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Room 234

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Russell Kincaid

Associate Professor,

Dr. Russell W. Kincaid attended Denison University in Granville, Ohio from 1985-1989. While a student at Denison, he performed computer programming at Arvin-Calspan Corporation in Dayton in an effort to modify an Air Force counter-measure program from a two-dimensional to a three dimensional code. During another break between semesters, he worked for the Minerva Research Corporation, where he assisted in design of components for an optical scanning system. During the summer of 1988, he performed experiments involving anodic bonding of Pyrex glass to silicon in the integrated circuitry area of the Ford Research Laboratory in Dearborn, Michigan. He graduated cum laude from Denison in 1989 with majors in physics and mathematics.

Following the completion of his undergraduate degrees, Dr. Kincaid received a Department of Energy Magnetic Fusion Engineering Technology Fellowship to fund his pursuit of a Ph.D. in Nuclear Engineering at North Carolina State University. While at N.C. State, he spent two summers working in the Pellet Fueling Group of the Fusion Energy Division of the Oak Ridge National Laboratory. His work included computer modeling and laboratory experimentation with single and two stage light-gas guns as well as an electron-beam pellet acceleration device. These pellet acceleration techniques were all being investigated as candidates for fueling Tokamak reactors by injecting frozen pellets containing isotopes of hydrogen. His dissertation research at N.C. State involved investigating a fourth device, an electrothermal launcher, as another approach to Tokamak fueling. He also performed experiments to establish the neutron flux on the PULSTAR nuclear reactor at N.C. State. This research involved the irradiation of gold, indium, and rhodium foils, both with and without neutron absorbing cadmium covers, in order to characterize the thermal, epithermal and fast flux of the reactor. He graduated with a Ph.D. in Nuclear Engineering from N. C. State in 1995 with a specialization in fusion and plasma physics.

From 1996-2002, Dr. Kincaid worked for UTRON, Inc. as a research scientist, proposal writer, and program manager. The research primarily involved finding industrial applications for pulsed plasma jets. His work included performing experimental research and development on new thermal spraying processes, high efficiency fine metal powder production devices, and developing metal matrix composite production techniques. This research required the utilization of a wide variety of advanced materials. Other projects on which he was involved included developing methods for the environmentally benign removal of lead based paints, creation of an ultra-fast opening switch for electrical grid fault situations, and the production of countermeasure flares for aircraft threatened by heat seeking missiles. The pulsed plasma jets used in the majority of these programs were created by discharging high voltage capacitor banks through a capillary tube. Such a discharge creates a high temperature, high-pressure plasma. Variations among the devices ranged from designs which operated in single-shot mode inside a vacuum chamber, to devices which operated in atmospheric conditions at repetition rates as high as 100 Hz. His designs created plasmas from ablating material from capillary walls as well as from working fluids including argon, nitrogen, helium, and cryogenic liquid argon injected into the capillary during operation.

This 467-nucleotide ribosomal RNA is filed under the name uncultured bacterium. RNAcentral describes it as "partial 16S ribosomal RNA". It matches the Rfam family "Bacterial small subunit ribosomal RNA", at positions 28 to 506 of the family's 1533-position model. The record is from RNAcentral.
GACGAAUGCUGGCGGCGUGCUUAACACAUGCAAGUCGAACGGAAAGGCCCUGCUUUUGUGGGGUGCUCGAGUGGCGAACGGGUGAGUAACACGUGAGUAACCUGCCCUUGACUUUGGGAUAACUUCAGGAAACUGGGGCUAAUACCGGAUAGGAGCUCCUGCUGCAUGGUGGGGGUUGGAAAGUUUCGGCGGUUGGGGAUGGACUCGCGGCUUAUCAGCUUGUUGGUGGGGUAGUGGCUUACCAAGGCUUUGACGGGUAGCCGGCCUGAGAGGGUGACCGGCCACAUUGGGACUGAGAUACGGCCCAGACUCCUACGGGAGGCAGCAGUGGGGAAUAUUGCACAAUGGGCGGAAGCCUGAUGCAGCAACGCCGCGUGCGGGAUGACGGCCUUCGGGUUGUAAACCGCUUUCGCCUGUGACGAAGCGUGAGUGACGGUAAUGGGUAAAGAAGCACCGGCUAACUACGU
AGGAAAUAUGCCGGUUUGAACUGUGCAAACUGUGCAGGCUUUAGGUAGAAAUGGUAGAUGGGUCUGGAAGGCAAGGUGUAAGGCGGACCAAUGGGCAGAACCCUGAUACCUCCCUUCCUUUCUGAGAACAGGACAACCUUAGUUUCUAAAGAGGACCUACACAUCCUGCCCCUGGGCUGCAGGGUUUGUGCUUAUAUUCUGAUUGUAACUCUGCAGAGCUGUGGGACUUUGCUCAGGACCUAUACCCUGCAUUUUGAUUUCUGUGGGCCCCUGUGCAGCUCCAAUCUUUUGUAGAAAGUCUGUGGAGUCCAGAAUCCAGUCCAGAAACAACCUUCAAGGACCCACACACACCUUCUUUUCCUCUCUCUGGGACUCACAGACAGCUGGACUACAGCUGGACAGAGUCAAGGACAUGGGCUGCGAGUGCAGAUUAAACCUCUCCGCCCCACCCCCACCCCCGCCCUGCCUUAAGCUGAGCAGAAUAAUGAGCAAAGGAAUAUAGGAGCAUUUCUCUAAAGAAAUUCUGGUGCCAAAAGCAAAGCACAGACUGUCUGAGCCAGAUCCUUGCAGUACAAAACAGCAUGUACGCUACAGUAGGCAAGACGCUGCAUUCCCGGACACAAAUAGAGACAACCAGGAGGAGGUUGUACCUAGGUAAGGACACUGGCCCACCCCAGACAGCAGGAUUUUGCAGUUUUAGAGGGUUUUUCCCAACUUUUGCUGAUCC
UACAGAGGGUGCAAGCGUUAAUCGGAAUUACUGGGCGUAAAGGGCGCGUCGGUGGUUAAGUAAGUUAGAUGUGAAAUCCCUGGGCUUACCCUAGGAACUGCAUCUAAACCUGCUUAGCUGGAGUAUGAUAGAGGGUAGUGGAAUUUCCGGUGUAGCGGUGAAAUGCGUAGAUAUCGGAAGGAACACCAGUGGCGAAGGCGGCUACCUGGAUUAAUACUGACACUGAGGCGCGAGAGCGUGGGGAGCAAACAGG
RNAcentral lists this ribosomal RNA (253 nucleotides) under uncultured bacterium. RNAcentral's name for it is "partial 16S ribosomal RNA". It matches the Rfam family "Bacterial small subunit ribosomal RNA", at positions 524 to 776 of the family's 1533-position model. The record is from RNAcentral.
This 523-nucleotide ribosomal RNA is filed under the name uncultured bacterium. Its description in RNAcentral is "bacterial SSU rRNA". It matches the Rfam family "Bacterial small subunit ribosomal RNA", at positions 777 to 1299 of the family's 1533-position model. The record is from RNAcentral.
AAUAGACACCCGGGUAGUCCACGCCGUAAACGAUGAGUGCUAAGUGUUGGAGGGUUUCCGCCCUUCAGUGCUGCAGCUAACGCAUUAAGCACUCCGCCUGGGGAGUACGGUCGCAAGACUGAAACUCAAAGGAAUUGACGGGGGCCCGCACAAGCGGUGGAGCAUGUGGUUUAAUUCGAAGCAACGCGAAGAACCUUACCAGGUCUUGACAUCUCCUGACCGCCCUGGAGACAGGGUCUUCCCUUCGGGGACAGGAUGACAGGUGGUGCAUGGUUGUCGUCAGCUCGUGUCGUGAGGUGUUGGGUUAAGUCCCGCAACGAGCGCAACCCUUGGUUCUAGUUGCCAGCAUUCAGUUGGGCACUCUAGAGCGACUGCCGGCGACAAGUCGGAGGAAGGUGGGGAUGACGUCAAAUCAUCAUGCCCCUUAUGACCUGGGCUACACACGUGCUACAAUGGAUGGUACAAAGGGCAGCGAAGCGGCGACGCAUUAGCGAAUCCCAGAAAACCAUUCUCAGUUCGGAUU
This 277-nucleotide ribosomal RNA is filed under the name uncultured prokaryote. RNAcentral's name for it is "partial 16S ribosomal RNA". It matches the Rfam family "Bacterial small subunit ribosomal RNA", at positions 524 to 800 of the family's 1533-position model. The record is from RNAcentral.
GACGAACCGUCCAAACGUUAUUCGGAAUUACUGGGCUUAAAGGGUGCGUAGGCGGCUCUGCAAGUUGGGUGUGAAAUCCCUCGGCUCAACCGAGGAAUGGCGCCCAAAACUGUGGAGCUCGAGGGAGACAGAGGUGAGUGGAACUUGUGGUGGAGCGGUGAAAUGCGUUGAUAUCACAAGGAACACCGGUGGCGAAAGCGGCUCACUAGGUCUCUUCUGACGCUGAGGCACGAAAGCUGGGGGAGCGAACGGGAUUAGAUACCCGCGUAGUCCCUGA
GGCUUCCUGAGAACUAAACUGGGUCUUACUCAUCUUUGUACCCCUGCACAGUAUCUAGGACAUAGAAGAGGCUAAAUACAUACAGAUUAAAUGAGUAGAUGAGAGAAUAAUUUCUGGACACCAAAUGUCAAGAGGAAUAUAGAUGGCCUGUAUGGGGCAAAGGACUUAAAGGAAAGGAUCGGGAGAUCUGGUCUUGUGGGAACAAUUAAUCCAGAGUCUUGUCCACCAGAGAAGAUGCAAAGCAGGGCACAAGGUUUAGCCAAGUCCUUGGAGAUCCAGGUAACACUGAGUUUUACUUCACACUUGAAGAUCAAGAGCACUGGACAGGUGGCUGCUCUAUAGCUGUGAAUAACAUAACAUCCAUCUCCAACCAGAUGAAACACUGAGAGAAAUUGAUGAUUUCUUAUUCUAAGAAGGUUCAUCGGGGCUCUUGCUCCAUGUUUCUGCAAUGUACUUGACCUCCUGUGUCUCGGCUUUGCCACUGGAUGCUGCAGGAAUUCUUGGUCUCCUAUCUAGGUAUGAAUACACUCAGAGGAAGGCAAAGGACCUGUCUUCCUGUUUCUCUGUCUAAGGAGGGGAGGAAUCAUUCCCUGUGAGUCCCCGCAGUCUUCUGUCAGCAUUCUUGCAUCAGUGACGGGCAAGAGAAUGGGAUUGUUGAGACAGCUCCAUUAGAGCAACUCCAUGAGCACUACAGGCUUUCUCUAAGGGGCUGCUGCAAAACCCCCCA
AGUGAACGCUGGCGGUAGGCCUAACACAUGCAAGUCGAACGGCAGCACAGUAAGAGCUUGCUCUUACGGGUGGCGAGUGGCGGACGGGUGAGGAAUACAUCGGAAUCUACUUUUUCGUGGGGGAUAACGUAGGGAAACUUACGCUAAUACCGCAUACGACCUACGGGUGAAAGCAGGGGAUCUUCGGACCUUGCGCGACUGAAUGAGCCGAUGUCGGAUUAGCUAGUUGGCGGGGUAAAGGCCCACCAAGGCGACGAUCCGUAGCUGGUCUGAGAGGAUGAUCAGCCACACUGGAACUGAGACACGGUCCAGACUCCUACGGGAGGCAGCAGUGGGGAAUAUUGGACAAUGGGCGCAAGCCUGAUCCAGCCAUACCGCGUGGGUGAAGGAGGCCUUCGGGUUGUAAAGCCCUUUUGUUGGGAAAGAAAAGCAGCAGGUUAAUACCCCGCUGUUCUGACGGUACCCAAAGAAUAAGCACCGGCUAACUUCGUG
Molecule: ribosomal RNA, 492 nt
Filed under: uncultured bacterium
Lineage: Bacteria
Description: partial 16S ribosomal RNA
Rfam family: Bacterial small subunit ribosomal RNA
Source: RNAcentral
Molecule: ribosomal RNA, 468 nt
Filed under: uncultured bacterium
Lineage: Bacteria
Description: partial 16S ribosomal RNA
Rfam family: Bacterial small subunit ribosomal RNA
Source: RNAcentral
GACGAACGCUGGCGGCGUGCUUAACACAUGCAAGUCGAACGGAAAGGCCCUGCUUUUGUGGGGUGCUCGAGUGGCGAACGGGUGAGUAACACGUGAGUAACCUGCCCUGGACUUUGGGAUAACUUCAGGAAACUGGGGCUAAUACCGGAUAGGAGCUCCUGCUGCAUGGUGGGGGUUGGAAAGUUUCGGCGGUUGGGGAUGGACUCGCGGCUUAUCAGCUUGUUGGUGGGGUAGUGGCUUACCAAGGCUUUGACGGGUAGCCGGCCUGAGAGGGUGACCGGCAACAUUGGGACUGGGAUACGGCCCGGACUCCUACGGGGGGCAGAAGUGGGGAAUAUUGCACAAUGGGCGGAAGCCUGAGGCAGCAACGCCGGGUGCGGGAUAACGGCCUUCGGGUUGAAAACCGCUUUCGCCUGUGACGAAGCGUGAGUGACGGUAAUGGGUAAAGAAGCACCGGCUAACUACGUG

As a proposal writer at UTRON, he identified over forty appropriate topics for response in SBIR (Small Business Innovation Research) solicitations and was the primary author on over twenty Phase I SBIR proposals and five Phase II SBIR proposals after successful completion of Phase I. These proposals collectively generated over 25% of company income over a four-year period. During these years, he also managed the experimental programs for nine SBIR programs that utilized pulsed plasmas. All nine programs succeeded in meeting their proposal objectives. He directed all aspects, including proposal preparation, design, fabrication, and experimental work, of six SBIR programs (three simultaneously). During the course of these programs, he managed the work of up to three technicians, an electrical engineer, a mechanical engineer, a machinist, and a draftsman.

From 2002-2003, he performed both scientific and business analysis for Unisphere, Inc., on a variety of technologies on behalf of the United States military. Here, he provided in depth technical and market analyses on innovative technologies including wastewater processing, unexploded ordnance and explosives detection, lead based paint abatement, chemical and biological decontamination using plasmas, marine organism antifouling coatings, and expandable shelters for military applications.

He has worked in academia since 2003, and is currently nearing the completion of his eleventh year at Wilmington College. His training in nuclear engineering and his experience with fine metal powders at UTRON have led him to the issue of fine depleted uranium powders, which he has been studying for the last five years. He has published on this topic, as well as presenting at numerous colleges, environmental organizations, and an international conference. He has also published on probability on the topic of weighted dice.